The Man of Peace Award does not attract anywhere near the same level of publicity as the Nobel Peace Prize. It was created in 1999 on the initiative of Mikhail Gorbachev as a sort of prize-winners’ prize and is bestowed annually by Nobel Peace Prize laureates at their annual summit. The reason this one is more noteworthy than most is that it involves a person from the unlikely field of football: Roberto Baggio, former Italian international and 1993 Fifa Player of the Year.
To football fans with longish memories, Baggio was the winger whose grace and accuracy put him up there with the world’s best. But he was also a standout player in the rowdy world of international football for his Buddhist beliefs, manifested by a pigtail that earned him the nickname of The Divine Ponytail. Baggio wasn’t just divine in terms of footballing skills, he was among the game’s rare gentlemen too. After he retired, he was nominated Goodwill Ambassador to the United Nations’ Food and Agriculture Organisation and he continues to do a considerable amount of charity work in Italy and Argentina where he bought a ranch. The Peace Prize, though, has been awarded for his campaign to free fellow Buddhist and Burma’s long-detained pro-democracy leader Aung San Suu Kyi, who has just been released by Myanmar’s military junta after nearly two decades of house arrest. Obviously, in the myriad complex calculations of geo-politics and -economics, Baggio’s role in Suu Kyi’s release would have been infinitesimal. Nevertheless, it would not be unfair to suggest that he is probably more deserving of this peace award than Barack Obama is of the Big One. Also, where the Dalai Lama has become the go-to fashionable Cause for Western celebrities, Baggio chose to work in the wings away from the glare of publicity to generate awareness for Suu Kyi’s predicament.
Baggio’s award is also noteworthy because the Nobel Prize winners have chosen to honour a sportsman in place of the usual suspects among film stars and performers (George Clooney and Bono have been past winners). So the award should be celebrated because it sends an important message to the sports industry in general and the rambunctious world of global football in particular. Even today, in these politically correct times, the sports business worldwide is generally known for a unique amorality that mainstream Big Business is jettisoning. Where most businessmen and industrialists seek to leaven their wealth by investing in social causes — Bill Gates’ Foundation being a notable example — the world of sports continues to represent the raw, unabashed face of capitalism where affluence is celebrated for its own sake. Nothing illustrates this better than football, the world’s most popular game, with practitioners who can become billionaires before they’re 25 years old.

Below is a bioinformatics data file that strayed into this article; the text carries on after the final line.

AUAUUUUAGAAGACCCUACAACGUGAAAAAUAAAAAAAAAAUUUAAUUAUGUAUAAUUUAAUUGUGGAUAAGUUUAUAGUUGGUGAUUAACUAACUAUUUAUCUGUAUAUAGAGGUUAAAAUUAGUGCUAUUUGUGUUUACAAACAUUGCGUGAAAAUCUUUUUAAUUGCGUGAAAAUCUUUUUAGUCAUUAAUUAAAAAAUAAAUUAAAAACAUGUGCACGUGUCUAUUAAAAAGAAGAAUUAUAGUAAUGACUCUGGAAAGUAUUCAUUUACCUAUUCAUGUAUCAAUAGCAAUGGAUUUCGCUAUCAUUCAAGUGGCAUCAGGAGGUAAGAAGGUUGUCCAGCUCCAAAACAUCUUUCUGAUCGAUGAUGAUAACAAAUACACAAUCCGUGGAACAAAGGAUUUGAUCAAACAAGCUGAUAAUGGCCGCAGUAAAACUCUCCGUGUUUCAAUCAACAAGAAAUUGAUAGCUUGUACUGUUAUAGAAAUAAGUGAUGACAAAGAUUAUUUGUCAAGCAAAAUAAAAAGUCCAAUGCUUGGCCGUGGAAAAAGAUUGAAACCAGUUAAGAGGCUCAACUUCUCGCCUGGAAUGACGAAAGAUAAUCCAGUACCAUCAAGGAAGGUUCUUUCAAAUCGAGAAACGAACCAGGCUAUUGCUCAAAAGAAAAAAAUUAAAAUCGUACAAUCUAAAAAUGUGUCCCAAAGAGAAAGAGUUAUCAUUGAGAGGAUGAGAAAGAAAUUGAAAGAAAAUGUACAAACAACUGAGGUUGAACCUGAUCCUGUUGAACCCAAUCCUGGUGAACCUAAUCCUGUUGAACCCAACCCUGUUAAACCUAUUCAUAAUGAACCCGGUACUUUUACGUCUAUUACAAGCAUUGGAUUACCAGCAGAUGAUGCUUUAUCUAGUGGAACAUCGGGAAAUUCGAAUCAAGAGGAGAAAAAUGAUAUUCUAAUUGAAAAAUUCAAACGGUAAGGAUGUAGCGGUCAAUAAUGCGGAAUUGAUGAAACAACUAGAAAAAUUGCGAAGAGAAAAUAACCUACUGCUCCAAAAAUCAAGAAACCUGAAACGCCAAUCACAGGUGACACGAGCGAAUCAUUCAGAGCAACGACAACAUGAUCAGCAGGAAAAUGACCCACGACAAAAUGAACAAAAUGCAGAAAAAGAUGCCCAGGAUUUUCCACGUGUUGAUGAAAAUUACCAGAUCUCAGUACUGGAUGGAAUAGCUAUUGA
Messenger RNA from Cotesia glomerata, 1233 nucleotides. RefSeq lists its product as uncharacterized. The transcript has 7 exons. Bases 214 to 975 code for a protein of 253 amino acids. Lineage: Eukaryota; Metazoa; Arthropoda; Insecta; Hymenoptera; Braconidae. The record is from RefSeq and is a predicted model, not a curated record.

To be sure, most large teams do make substantial donations to charitable causes — Spain’s highly successful team Barcelona sets a unique example in sponsoring Unicef and the team jersey bears the logo. There are also many footballers — and some of them outstandingly badly behaved on the pitch — who take time and large-ish chunks out of the thousands they earn in weekly wages for some truly commendable work (most African footballers are notable for this). In cricket, Australia’s Steve Waugh has done some outstanding work both during and after his playing days, as does Britain’s Mike Brearley. But they are the exceptions who get noticed in a business that is getting increasingly known for over-the-top spending and bad, if not criminal, behaviour. Sportsmen by virtue of their constant and wide public exposure tend to be more influential role models for youngsters than most businessmen. Baggio is still a glamorous hero to young football fans. His award tells the world that caring behaviour is not just for the wimps.